Western Nevada College
Mentors: Peter Weisberg, University of Nevada, Reno
Renee Magrini, Western Nevada College
The desert mountains surrounding Reno, Nevada contain unique outcroppings of hydrothermally altered, andesitic soils that are extremely acidic and low in concentrations of essential plant nutrients. The isolated patches of altered soils contain a distinct “tree island” plant community of Sierran conifers (Jeffrey, Ponderosa, and Washoe pines) as well as understory plant species that are in some cases native to these habitats, in other cases more characteristic of mountain climates that contain cooler temperatures and more precipitation. This plant community is in striking contrast to the adjacent, sagebrush steppe and pinyon-juniper woodland vegetation that is more characteristic of the Great Basin.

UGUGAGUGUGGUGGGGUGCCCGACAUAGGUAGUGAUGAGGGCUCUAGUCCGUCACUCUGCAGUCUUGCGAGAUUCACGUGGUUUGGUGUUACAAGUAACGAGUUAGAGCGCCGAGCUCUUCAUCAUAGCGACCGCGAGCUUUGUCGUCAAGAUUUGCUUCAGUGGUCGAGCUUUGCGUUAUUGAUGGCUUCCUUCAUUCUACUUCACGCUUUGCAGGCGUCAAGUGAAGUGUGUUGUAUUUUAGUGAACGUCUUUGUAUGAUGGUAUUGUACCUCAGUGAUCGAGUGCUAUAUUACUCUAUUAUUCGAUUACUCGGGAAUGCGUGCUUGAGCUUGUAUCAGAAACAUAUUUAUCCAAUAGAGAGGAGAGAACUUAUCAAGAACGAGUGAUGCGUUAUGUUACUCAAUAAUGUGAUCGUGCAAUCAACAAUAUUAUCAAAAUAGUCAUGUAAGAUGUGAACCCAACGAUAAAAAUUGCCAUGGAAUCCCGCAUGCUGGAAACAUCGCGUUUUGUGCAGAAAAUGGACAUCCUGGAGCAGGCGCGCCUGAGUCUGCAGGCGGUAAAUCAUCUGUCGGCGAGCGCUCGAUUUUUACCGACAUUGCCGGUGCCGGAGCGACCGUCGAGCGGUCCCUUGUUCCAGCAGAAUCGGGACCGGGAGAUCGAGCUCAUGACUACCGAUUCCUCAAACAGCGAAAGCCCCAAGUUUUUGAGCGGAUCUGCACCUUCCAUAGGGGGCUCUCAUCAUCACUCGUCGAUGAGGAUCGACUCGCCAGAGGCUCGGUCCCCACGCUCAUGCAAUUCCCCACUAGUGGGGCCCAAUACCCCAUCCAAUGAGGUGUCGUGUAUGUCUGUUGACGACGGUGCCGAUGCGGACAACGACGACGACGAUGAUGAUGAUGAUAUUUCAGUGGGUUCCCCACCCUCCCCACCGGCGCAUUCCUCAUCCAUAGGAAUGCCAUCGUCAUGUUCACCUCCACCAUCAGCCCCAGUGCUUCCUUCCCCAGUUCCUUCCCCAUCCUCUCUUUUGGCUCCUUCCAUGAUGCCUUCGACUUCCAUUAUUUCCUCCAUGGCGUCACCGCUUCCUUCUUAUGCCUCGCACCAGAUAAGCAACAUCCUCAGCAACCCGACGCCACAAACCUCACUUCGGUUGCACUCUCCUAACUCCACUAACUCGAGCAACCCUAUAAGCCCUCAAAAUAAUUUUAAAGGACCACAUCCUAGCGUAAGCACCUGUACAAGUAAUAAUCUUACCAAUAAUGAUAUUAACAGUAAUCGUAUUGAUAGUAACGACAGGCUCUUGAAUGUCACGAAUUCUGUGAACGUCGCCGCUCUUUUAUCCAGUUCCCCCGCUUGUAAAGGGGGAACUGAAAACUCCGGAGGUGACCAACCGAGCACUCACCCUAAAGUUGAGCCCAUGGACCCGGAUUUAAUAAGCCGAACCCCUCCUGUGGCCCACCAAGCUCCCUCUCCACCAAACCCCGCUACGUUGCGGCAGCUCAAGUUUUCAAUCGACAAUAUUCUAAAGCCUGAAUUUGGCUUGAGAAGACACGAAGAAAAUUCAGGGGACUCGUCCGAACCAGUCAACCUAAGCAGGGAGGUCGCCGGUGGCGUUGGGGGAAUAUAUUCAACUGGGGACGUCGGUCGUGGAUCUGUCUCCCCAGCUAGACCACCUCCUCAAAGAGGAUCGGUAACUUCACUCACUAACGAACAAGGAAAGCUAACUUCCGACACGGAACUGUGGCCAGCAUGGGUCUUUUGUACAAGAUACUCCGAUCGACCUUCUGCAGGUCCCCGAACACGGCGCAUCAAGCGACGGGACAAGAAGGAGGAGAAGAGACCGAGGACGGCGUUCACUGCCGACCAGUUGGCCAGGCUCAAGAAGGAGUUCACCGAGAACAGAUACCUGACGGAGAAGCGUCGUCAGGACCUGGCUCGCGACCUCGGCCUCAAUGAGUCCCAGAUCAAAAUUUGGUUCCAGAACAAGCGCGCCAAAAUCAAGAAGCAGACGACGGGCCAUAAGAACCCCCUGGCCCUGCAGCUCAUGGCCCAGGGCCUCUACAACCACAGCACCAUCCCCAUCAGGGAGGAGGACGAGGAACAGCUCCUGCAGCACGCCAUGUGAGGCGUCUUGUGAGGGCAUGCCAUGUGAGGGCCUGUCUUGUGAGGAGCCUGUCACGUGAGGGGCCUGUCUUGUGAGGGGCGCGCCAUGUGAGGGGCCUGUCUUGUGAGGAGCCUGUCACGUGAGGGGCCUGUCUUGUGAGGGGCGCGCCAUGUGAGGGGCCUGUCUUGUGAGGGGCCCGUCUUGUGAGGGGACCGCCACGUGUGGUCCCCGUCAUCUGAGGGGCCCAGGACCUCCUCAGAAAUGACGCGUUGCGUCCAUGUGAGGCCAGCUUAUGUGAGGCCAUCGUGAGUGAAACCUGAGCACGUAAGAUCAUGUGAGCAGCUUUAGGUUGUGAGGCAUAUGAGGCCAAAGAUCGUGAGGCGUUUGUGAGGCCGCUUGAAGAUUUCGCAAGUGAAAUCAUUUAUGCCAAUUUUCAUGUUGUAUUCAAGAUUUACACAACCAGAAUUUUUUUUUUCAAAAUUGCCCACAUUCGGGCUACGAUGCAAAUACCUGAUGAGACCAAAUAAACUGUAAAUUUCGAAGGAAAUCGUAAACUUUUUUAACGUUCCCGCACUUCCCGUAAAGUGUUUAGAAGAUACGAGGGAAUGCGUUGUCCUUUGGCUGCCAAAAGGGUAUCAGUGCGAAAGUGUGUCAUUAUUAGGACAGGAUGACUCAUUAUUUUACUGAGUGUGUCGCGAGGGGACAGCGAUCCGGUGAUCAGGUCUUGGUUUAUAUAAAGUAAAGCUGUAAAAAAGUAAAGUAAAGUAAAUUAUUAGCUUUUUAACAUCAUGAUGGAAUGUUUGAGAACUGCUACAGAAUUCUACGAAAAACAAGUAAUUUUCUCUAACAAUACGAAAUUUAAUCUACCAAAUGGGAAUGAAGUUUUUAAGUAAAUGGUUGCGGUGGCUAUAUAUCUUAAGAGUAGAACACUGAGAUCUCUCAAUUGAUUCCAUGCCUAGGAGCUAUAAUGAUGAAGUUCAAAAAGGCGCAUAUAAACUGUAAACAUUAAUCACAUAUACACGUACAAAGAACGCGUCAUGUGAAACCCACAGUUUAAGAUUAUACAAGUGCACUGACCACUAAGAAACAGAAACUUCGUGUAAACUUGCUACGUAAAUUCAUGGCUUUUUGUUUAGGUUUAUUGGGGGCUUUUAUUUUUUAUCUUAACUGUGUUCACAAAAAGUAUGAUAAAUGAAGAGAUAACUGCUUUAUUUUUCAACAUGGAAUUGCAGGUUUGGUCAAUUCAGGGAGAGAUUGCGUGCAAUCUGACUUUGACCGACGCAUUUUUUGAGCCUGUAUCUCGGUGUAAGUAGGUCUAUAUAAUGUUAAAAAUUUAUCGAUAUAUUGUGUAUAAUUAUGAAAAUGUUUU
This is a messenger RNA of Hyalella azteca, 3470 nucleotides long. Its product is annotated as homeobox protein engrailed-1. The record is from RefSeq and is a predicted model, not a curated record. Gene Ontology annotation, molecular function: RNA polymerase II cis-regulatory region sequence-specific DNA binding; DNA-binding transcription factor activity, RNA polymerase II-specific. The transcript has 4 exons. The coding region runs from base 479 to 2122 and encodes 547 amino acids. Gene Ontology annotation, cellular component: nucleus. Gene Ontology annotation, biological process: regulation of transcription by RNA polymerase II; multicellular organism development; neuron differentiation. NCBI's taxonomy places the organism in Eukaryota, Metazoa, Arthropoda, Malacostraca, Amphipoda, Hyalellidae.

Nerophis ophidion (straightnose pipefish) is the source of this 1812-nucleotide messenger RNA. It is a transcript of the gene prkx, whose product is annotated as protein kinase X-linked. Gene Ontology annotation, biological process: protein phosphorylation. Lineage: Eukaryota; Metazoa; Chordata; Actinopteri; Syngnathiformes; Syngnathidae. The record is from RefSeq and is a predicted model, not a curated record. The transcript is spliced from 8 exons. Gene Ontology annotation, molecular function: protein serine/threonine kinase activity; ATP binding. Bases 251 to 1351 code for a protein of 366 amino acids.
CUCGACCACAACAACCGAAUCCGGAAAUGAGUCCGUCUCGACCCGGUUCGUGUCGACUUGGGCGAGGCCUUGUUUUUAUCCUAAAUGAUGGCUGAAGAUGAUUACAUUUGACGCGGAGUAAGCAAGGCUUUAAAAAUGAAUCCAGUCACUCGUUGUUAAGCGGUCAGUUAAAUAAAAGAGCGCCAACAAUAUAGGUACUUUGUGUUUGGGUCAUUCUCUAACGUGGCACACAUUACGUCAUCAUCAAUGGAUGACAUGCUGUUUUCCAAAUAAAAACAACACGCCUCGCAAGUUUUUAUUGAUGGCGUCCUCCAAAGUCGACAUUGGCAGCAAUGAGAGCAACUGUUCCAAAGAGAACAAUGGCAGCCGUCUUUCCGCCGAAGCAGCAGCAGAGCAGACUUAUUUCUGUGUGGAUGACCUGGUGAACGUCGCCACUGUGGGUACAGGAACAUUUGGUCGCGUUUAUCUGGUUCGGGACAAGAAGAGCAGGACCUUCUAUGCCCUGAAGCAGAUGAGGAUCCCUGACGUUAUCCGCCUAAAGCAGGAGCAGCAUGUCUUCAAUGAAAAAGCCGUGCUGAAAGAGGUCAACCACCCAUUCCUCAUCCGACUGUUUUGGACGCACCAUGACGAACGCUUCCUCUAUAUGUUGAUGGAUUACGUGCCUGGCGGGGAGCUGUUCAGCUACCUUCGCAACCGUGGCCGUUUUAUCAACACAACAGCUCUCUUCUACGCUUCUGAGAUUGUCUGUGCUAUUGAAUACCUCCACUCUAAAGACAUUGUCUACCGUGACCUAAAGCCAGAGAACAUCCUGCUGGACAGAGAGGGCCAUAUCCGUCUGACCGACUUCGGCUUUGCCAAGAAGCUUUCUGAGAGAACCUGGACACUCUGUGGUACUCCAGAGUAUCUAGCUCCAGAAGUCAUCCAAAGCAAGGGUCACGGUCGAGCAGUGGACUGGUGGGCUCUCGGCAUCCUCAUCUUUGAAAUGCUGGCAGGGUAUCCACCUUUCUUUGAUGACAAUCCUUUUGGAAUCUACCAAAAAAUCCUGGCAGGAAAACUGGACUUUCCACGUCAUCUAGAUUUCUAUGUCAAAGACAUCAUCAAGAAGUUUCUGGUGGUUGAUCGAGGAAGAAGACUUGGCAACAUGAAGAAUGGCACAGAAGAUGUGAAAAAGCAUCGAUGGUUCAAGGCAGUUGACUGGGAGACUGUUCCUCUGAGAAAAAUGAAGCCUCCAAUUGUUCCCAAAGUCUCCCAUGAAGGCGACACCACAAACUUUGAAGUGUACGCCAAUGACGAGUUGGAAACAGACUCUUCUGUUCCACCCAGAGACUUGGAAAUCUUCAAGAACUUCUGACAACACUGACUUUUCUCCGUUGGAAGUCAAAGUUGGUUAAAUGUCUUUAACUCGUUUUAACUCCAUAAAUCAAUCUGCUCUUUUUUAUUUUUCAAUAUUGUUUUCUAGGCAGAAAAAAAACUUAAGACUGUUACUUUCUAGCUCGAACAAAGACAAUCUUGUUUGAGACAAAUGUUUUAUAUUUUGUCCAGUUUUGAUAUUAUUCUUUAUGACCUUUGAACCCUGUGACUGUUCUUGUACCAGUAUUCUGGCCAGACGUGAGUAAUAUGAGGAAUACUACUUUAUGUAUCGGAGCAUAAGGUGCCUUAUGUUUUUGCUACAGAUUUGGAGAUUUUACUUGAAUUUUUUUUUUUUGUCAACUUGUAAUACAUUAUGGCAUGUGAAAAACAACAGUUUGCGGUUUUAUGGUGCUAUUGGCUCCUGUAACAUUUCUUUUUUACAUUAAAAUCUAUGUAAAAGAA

This undergraduate research project will focus upon the premise that local populations of plants specific to the altered-andesitic patches are functionally connected within the framework of metapopulations. Concentrating on a subset of plant species that are easily detected and identified (the three confiders as well as several shrub and herbaceous species), we address the question of how patch occupancy relates to patch area and patch isolation. This requires mapping the network of altered-andesitic patches, implemented in GIS, as well as field surveys to record presence or absence of each species in the mapped areas. We predict that the probability of a species occurring in a given patch will be positively associated with patch area and negatively associated with patch isolation, after accounting for differences in habitat quality with regards to each site. By relating results directly to traits of commonality through generations of the different plant species, such as dispersal capacity and longevity, the study will result in critical inferences concerning spatial population dynamics of plants in a highly heterogeneous, semi-arid landscape.